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            Haptoglobin phenotype and vascular complications in patients with diabetes.

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              Haptoglobin phenotype and coronary artery collaterals in diabetic patients.

              Cross-cultural epidemiological studies of incident cardiovascular disease in the diabetic patient have demonstrated marked differences in susceptibility that may be due to a genetic factor. The coronary artery collateral circulation is the chief determinant of the size of a myocardial infarction and is highly variable between patients. We recently demonstrated that a functional allelic polymorphism in the haptoglobin gene is correlated with a number of diabetic vascular complications. We thus set out to test the hypothesis that haptoglobin phenotype is associated with collateral formation in the setting of diabetes. We correlated the Hp phenotype (1-1, 2-1 or 2-2) as determined by polyacrylamide electrophoresis with the presence or absence of coronary collaterals by angiography in 82 consecutive diabetic patients and 138 consecutive non-diabetic patients undergoing catheterization. We found that diabetic patients with the Hp phenotype 2-1 were more likely to have collaterals than diabetic patients with the Hp phenotype 2-2 (P=0.007). There was no correlation between Hp phenotypes and the presence of collaterals in non-diabetic patients. Hp phenotype thus appears to be associated with the development of the coronary collateral circulation in diabetic patients with coronary artery disease. Haptoglobin 2-2 may predispose to less compensation for coronary artery stenosis in diabetic patients, and thereby portend a worse prognosis.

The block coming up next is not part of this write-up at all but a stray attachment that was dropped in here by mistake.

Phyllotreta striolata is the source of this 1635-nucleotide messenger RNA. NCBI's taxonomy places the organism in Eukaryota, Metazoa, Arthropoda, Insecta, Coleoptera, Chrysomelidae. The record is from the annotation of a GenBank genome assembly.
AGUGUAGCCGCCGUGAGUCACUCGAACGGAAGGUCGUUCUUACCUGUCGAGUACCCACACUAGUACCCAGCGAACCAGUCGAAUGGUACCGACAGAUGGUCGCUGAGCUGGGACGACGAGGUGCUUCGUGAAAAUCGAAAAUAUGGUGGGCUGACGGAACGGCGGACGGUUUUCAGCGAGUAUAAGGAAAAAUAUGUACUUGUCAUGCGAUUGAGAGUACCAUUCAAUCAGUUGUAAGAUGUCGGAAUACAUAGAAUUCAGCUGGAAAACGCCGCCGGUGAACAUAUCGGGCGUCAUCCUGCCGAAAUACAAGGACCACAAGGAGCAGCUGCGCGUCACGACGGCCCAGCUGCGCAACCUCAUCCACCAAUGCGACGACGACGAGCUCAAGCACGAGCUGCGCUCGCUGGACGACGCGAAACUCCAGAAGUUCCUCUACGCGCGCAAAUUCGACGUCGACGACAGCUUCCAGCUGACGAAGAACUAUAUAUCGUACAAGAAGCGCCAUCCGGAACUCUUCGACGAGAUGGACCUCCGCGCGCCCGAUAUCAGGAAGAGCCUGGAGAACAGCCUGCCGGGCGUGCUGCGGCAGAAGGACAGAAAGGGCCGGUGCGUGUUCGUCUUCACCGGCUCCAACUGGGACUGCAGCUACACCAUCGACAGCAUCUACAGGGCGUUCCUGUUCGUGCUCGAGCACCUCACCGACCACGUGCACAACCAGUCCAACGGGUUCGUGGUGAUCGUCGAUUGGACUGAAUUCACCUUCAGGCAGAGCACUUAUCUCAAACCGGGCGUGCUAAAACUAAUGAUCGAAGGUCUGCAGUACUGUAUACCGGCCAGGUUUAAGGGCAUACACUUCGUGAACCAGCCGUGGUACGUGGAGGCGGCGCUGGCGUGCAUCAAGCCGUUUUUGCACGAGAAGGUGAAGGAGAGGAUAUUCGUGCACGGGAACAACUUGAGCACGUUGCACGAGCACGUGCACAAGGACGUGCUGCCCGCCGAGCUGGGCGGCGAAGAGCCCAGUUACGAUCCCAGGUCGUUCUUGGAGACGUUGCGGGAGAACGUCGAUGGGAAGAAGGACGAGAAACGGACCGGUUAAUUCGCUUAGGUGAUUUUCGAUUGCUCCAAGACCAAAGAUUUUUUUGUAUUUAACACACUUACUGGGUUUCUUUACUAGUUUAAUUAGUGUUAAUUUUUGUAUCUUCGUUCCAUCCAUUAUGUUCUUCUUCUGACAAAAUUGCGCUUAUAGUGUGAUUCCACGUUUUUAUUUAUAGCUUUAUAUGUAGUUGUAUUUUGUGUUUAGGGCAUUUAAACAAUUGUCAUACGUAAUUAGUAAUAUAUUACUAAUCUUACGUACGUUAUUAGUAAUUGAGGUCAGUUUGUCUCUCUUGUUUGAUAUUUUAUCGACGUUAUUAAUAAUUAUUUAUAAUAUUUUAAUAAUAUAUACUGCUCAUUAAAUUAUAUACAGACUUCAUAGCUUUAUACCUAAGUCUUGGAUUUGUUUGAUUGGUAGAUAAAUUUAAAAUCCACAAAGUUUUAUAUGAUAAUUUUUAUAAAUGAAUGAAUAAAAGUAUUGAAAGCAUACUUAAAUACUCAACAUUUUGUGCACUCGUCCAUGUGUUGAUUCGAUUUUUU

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                Author and article information

                Journal
                NEE
                Nephron Exp Nephrol
                10.1159/issn.1660-2129
                Cardiorenal Medicine
                S. Karger AG
                1660-2129
                2004
                June 2004
                17 November 2004
                : 97
                : 2
                : e71-e76
                Affiliations
                aDepartment of Nephrology, Rambam Medical Center, bBruce Rappaport Faculty of Medicine, and cRappaport Family Institute for Research in the Medical Sciences, Technion-Israel Institute of Technology, Haifa, dSackler Faculty of Medicine, Tel Aviv University, Tel Aviv, eSapir Medical Center, Kfar Saba, fAssaf Harofe Medical Center, Zerifin, gChaim Sheba Medical Center, Tel Hashomer, hSoroka Medical Center and Ben-Gurion University of the Negev, Beer Sheva, Israel